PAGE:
How to clear up after an energy saving light bulb breakage

How to clean up broken energy saving light bulbs after a breakage

Most people don't realise the real hazard of breaking a modern day light bulb. The bulb you see in this picture is called a CFL (compact fluorescent lamp) and is often referred to as an energy saving light bulb; they are now extremely common in most households today.

If you hire one of our skips, one of things we don't allow you to put in it is any kind of light bulb. Aside from the dangers of the very thin glass used to make them, fluorescent bulbs also contain mercury, which is potentially dangerous if inhaled.

Traditional older style filament bulbs (also known as incandescent bulbs) are now quite rare due to their high running cost and low efficiency. This is due to them producing a large amount of heat along with the light emitted. If you've ever touched one when it's switched on or recently turned off, you'll know how extrememly hot they are. Modern day energy saving light bulbs produce must less heat than tradition bulbs and are therefore considerably more efficient and cheaper to run, making them an appealing choice.

Why are energy saving light bulbs potentially dangerous?

CFL bulbs contain mercury and when it gets broken, the mercury that's in the tube is then released as a vapour. Although it can't be seen, breathing in the vapour is toxic for the body.

Which are the main bulbs containing mercury?

  • Linear, U-tube and circular tubes
  • Insect killing lights
  • Tanning tubes
  • High pressure sodium lamps
  • Metal halide bulbs
  • Neon lights

What do I do if I break a CFL light bulb?

The cat knocks over your table lamp, you drop the bulb when removing it.... Let's face it, breaking a bulb is easy to do...but what procedure is best to ensure you keep you and your family safe after an energy saving light bulb breakage?

The clean up process

Firstly, make sure that everyone leaves the room and if you have pets, move them to a different room as well. Assuming the room has a window, open it fully to air the room for at least 15 minutes. If the room has a door to the outside, open that as well.

Make sure to turn off your central heating or air conditioning unit if you have one and then prepare yourself for the cleanup. Gather together the list below:

  • A piece of card or stiff paper
  • A roll of sticky tape/ gaffer tape
  • A wet cloth/ disposable paper towels etc.
  • A large enough glass jar with a lid or a sealable bag
  • A pair of rubber gloves if you have them

Whilst it may be tempting to get out your vacuum cleaner, this isn't recommended as it could spread the dust/ vapour around the room - it's best to try and disturb the debris as little as possible.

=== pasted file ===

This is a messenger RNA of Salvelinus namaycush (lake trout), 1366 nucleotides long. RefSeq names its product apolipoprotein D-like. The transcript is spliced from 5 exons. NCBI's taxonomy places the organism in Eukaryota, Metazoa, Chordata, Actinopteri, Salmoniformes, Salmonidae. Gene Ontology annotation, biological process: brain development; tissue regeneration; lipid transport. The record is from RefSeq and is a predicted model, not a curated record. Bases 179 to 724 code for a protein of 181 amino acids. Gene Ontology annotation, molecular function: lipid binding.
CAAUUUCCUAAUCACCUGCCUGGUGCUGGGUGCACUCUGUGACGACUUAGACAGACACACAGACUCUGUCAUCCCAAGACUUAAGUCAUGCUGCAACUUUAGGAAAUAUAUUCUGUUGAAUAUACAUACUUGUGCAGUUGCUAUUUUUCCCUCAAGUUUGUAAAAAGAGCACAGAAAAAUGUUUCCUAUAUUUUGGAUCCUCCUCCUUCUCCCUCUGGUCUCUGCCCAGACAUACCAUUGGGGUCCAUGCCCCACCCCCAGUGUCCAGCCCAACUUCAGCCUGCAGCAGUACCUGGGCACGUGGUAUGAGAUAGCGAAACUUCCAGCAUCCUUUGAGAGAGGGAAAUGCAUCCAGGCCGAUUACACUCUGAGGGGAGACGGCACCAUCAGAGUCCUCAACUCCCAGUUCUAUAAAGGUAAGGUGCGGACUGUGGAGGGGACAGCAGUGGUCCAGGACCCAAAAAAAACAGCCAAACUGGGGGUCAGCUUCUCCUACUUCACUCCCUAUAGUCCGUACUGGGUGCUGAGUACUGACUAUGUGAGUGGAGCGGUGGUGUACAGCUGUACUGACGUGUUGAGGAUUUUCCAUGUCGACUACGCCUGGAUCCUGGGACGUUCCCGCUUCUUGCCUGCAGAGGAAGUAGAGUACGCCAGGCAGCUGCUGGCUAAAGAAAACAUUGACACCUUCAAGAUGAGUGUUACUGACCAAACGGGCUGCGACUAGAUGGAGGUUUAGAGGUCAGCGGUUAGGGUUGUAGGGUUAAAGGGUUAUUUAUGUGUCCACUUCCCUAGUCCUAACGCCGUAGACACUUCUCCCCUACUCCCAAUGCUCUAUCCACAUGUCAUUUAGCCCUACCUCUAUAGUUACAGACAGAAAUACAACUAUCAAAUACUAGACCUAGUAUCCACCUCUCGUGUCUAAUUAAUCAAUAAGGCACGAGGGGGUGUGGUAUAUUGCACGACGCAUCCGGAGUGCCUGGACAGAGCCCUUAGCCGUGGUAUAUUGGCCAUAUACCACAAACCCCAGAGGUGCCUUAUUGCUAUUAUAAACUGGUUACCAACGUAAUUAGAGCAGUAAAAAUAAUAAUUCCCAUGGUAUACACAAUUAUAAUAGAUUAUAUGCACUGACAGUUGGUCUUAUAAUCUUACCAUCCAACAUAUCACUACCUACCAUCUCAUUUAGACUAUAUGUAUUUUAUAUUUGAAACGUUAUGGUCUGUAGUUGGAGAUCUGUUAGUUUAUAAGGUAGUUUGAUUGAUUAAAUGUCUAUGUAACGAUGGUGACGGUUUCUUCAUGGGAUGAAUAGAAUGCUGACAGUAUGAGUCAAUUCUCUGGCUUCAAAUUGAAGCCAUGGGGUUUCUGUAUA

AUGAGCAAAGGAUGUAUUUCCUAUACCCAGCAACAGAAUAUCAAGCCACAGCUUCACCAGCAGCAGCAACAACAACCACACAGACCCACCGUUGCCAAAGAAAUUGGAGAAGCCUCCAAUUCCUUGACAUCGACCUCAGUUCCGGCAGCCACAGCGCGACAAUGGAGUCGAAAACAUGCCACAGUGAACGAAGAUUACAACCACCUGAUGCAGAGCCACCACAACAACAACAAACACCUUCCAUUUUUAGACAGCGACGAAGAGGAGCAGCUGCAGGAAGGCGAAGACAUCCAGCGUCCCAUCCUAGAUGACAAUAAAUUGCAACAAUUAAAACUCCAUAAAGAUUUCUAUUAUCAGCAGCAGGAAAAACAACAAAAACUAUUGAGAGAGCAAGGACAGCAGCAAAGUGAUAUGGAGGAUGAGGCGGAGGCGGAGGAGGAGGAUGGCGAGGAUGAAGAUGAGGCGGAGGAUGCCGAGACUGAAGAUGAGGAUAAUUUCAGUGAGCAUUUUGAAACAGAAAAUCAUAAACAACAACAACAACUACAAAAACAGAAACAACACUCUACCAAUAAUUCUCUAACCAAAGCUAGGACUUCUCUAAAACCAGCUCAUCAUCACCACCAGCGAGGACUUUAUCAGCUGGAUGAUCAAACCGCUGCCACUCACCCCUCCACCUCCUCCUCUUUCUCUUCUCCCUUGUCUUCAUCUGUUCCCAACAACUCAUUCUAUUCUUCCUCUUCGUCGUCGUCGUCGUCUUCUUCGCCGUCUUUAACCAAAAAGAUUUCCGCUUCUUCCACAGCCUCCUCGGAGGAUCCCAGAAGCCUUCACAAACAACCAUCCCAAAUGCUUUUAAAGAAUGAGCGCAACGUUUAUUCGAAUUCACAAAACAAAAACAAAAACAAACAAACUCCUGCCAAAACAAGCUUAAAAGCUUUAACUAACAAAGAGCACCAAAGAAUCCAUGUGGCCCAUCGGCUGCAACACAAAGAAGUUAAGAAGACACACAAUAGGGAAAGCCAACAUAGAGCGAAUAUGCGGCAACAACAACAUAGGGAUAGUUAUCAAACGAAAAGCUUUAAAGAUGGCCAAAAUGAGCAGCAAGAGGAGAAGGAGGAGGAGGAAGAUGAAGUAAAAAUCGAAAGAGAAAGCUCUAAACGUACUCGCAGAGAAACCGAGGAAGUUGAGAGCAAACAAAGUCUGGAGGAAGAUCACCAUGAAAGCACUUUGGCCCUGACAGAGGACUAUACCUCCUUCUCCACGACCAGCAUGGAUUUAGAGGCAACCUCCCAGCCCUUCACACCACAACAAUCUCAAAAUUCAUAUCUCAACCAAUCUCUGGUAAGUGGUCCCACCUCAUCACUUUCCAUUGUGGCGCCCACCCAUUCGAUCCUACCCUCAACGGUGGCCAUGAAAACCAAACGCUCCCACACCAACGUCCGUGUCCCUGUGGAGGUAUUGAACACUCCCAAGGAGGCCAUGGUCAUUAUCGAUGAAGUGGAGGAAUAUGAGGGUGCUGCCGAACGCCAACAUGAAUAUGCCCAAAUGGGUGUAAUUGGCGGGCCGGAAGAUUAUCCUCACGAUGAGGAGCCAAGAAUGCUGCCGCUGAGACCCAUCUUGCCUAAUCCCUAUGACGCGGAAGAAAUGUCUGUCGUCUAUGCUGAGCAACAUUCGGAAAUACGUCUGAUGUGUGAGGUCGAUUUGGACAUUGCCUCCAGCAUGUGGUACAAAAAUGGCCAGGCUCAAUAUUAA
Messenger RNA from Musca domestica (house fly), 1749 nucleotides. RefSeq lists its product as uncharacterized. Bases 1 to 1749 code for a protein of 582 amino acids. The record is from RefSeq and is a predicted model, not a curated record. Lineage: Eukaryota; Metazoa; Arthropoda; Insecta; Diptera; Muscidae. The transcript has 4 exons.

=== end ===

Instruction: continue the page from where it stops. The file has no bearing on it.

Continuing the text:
Firstly, scoop up as much of the broken material as possible using the thick paper/ cardboard. Take your time and be as thorough as you can. Put everything you've cleaned up so far into the jar.

Next, use your sticky tape to clean up as much of the remaining dust/ debris as you can. Put the used tape into the jar as well. The wet cloth can then be used to clear up any remaining dust or small debris (mainly on hard surfaces). When you're certain you've done all you can, place everything in your sealable container and leave it somewhere safe outside the house - then check with your local authority about the best way to dispose of it.

If you're able to, try and leave the room ventilated for a few more hours with the heating / air conditioning switched off.

How to avoid breaking energy saving bulbs in the first place

There are several common sense ways to prevent breaking the bulbs in the first place:

  • Make sure you allow the bulb to cool down before handling it - It's easy to drop it when it's still hot.
  • Screw/ unscrew it by gripping the plastic base. Don't attempt to twist the bulb by gripping the glass.
  • Place something soft underneath the fitting when changing the bulb such as a large towel to minimise the risk of breakage if it's dropped.
  • Avoid putting them in places where they are more likely to get broken such as a play room or a table where things are at higher risk of being knocked off. Don't put energy saving (CFL) bulbs into bare light fittings, only put them into a fitting that has a protective cover.

It's also worth considering using LED lights as an alternative. These don't contain mercury and have dropped significantly in price over recent years. They are also cheaper to run than CFL energy saving bulbs as they produce less heat when switched on.

I broke a bulb and didn't clear up properly - What should I do?

There's no need to panic; the guide you've just read describes a more cautious approach to take when dealing with the clean up process. It's worth noting that a typical CFL bulb only contains less than 1% of mercury when compared to a household mercury thermometer. Some research also suggests that you'd have to break quite a few bulbs in an enclosed space for it to pose any potential danger. However, if you do have concerns after breaking a compact fluorescent lightbulb, or you experience any unusual symptoms, please seek further medical advice.


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